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Drug Advertisements, Scary Side Effects and Cognitive Dissonance

How do pharmacists and the general public react to the reality of potentially very serious adverse effects? Is denial a common coping mechanism?
Drug Advertisements, Scary Side Effects and Cognitive Disson...
Man Watching TV

One of the most remarkable things on television these days is drug advertisements. These commercials usually include long lists of potentially very dangerous side effects, yet the public largely remains enthusiastic about pharmaceuticals. Only the USA and New Zealand allow direct-to-consumer advertisements for prescription drugs.

No other products advertised on TV are accompanied by so many warnings. Those for prescription drugs are far lengthier than those that once accompanied cigarettes when cigarettes were advertised on TV.

Why Don’t Warnings Discourage Drug Use?

Normally, when someone is confronted with scary warnings about a wide range of hazards we encounter in life, the tendency is to shy away from whatever is the subject of that warning. But the opposite seems to occur with drug advertisements on television. These advertisements somehow increase the demand for pharmaceuticals. Although many drugs are essential and some are even life saving, many others do not come anywhere close to fitting that description.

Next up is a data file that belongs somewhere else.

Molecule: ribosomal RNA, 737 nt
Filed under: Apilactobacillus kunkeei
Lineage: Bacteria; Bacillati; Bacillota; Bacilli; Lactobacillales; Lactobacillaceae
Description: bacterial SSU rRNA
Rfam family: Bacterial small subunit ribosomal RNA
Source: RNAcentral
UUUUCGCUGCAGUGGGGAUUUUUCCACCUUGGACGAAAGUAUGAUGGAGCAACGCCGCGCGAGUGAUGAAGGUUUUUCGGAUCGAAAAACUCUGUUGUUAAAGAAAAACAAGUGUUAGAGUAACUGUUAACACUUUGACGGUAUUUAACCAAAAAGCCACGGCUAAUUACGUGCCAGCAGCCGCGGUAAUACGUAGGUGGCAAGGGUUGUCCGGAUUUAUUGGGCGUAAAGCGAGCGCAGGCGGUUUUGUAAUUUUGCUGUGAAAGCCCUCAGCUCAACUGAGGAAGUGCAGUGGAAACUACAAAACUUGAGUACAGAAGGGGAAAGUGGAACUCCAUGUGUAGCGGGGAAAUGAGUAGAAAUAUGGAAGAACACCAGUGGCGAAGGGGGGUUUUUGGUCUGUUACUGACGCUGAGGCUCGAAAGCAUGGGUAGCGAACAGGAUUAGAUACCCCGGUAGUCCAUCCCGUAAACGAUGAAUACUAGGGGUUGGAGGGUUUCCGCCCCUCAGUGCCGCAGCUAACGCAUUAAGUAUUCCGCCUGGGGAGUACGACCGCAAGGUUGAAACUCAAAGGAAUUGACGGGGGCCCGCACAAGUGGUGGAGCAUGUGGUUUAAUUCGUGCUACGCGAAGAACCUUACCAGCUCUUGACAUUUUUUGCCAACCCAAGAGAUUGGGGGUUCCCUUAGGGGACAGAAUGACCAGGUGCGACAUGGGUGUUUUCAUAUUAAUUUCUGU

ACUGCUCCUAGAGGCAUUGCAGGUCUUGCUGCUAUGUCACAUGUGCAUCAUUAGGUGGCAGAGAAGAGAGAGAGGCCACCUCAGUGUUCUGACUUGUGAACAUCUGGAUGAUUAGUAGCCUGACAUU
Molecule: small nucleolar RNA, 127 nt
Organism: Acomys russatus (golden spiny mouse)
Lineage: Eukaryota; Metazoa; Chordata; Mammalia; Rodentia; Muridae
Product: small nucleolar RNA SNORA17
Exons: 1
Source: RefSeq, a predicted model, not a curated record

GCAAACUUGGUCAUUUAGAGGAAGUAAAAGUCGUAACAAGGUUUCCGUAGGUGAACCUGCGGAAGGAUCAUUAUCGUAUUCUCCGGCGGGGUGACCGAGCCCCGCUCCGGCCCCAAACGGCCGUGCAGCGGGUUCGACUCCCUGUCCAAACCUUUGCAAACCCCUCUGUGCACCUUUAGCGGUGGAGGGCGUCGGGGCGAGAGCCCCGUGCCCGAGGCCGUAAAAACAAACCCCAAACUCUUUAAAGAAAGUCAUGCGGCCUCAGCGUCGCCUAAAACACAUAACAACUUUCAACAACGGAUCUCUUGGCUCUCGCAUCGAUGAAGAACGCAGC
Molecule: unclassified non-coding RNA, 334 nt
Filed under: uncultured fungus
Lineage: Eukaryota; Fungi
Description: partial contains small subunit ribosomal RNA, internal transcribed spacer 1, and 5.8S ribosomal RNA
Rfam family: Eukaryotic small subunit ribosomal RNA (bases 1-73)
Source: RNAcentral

Why does the public seem to ignore the long lists of potentially serious side effects listed in drug advertisements on TV? Our brain is telling us to be cautious, while TV drug advertisements encourage mindless consumption. Pharma marketing promotes hedonistic consumption that is no different from the marketing of any other consumer product.

Do Long Lists of Side Effects Numb Your Brain?

In my opinion, the psychological effect of hearing long lists of scary  side effects in drug advertisements should be to prompt people to do everything in their power to prevent the medical condition targeted by the drug so that people can avoid needing to take that drug.

As a result of one of my commentaries in Drug Topics lamenting the lack of emphasis on prevention in our health care system, one pharmacist sent me an e-mail in which he said that he became a vegetarian in an effort to avoid having to take the drugs that he dispenses all day long.

Other people don’t seem to have that reaction. As a pharmacist, I have heard many people say things like, “Yeah. The side effect occurs in one person in a million so the government (FDA) requires the drug company to list every possible side effect.”

What Does FDA Approval Mean?

FDA approval doesn’t really mean a drug is safe. Perhaps it only means that the drug company has met the narrow legal standard for disclosure. In the real world, the FDA expects physicians to weigh the risks versus benefits of drugs. The FDA in effect passes the buck to physicians. But busy physicians assume that if the FDA approves a drug, then it must be safe.